Modern drug cocktails used to treat HIV have led to dramatic improvements in life expectancy for patients in the West, doctors have found.

A patient diagnosed at 20 today can expect to live to nearly 70, research shows. At 35 – the average age of diagnosis in the UK – life expectancy is over 72.

Overall, life expectancy improved by an average of 13 years between 1996 and 2005 and has continued to rise as treatments have been refined. Professor Jonathan Sterne, a member of the Antiretroviral Therapy Cohort Collaboration at the University of Bristol, said: "There has been a revolution in drug treatment for HIV since 1996. It has been transformed from a rapidly fatal disease to one with death rates more like diabetes. Suddenly we were able to stop the virus replicating and the immune system recovered.

"What we didn't know was what the long-term effects would be," he continued. "People feared that after the great early benefits, the virus would begin replicating again and the decline [in the immune system] would resume. There were also worries that resistance would develop, as would side effects such as heart disease. Instead the drugs have got more effective, with few side effects. There are also new classes so if you can't take one you can switch to another. They are also now easier to take, once a day. "

Despite the success, the life expectancy of HIV sufferers remains well short of that of the uninfected population and those diagnosed late in the course of the illness die soonest, the joint US and British study, published in The Lancet, concludes.

In the UK an estimated 80,000 people are living with HIV, of whom a third are not diagnosed and a further third are diagnosed late, according to the National Aids Trust.

Professor Sterne called for a national screening programme to identify those infected. "One of the main reasons people do worse is because they are diagnosed too late. What should happen is that the adult population up to age 55 should be screened regularly. In the past there was a huge stigma attached to HIV testing – it would have been an outrageous invasion of privacy. Now if you think of it like diabetes, a national screening programme would be unexceptionable. It would be a simple, cheap blood or saliva test – not like screening for breast cancer, which involves expensive mammography and invasive biopsies."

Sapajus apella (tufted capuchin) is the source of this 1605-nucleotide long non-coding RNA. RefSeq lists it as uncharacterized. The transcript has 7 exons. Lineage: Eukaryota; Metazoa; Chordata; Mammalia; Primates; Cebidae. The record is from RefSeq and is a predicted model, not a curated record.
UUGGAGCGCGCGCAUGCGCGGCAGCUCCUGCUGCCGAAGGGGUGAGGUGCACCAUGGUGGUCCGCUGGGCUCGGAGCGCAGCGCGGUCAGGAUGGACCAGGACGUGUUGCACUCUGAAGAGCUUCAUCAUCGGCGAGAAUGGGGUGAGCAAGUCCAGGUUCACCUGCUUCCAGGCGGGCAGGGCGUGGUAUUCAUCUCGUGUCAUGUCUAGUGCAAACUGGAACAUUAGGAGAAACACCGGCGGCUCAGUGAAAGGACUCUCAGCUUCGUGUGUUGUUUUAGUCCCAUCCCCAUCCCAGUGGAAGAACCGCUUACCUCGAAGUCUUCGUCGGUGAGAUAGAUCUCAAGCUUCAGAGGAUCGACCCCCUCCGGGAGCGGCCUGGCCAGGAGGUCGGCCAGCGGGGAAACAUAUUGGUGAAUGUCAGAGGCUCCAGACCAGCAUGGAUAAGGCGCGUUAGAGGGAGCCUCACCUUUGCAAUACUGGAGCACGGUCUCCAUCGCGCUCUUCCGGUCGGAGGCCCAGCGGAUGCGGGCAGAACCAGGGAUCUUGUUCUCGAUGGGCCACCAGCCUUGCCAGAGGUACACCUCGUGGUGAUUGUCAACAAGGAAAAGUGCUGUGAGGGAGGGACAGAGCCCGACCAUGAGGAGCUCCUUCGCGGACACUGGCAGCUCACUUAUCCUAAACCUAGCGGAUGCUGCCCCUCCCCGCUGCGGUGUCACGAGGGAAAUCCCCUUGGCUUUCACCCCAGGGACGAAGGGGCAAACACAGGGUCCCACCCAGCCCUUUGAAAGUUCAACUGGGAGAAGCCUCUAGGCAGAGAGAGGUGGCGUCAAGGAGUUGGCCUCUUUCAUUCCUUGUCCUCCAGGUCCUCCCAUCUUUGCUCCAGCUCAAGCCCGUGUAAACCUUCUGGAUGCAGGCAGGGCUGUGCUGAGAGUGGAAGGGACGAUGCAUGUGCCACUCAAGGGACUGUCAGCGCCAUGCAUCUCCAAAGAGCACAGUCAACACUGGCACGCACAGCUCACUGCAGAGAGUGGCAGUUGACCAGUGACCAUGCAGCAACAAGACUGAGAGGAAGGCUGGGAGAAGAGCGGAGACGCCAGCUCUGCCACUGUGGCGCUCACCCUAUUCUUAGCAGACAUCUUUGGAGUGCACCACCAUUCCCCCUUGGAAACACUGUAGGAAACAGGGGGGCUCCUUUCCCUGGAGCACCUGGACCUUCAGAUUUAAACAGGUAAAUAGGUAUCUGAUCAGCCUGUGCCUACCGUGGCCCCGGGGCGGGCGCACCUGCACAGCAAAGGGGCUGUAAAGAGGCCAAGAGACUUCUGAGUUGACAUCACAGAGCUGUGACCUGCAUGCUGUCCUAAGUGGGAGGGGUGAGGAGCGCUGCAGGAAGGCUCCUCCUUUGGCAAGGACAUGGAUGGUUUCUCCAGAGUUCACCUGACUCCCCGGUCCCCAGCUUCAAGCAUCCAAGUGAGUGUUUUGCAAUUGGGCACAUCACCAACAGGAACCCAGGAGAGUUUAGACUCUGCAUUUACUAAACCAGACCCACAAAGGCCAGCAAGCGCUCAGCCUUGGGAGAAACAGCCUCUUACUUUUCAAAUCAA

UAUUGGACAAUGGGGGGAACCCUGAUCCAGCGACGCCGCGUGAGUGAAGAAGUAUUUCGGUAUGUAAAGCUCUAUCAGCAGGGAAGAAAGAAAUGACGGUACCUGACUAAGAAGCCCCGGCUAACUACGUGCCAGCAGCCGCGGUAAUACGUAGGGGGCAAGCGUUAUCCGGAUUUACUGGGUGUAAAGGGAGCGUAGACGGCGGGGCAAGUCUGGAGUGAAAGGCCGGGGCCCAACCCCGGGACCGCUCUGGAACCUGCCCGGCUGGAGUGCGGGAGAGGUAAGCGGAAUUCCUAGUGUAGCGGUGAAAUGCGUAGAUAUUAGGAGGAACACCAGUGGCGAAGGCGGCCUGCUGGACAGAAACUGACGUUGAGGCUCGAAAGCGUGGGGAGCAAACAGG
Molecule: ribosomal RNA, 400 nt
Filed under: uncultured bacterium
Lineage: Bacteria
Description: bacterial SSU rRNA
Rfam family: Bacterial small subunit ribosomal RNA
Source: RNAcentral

A 2005 study in the New England Journal of Medicine had shown that a screening programme would be cost- effective in the US, he said. The HIV test kit costs from 50p to £1.20, but when labour costs are included this rises to £7 to £15.

A spokesman for the Terence Higgins Trust said: "Late access to treatment can reduce life expectancy dramatically. Around a quarter of all HIV-related deaths last year could have been avoided if people had been diagnosed and started on medication earlier. We have to bring this figure down and encourage people at high risk to go and get a test."

The research was based on results from 14 studies of people infected with HIV in Europe and North America who were diagnosed in 1996 to 1999, 2000 to 2002 and 2003 to 2005. A total of 33,000 patients were included, of whom 2,065 died.

Julian Hows, HIV sufferer, 53: 'Without this treatment regime I would be dead'

It is 18 years since Julian Hows was diagnosed with HIV, and nine years since he started drug treatment. Now aged 53, he is looking forward to many more years of life.

"I thought I was going to die when I was diagnosed. I didn't – but by 1999 I was getting quite ill with pneumonia. I started on the drugs and without them I would be dead." He has had only one change in his drug regime in this time, because he developed a liver reaction. "Anybody on anti-HIV medication suffers side effects for which you have to take more drugs. I have stomach upsets, numbness and skin conditions. The new treatments are giving people longer lives and making HIV a manageable condition."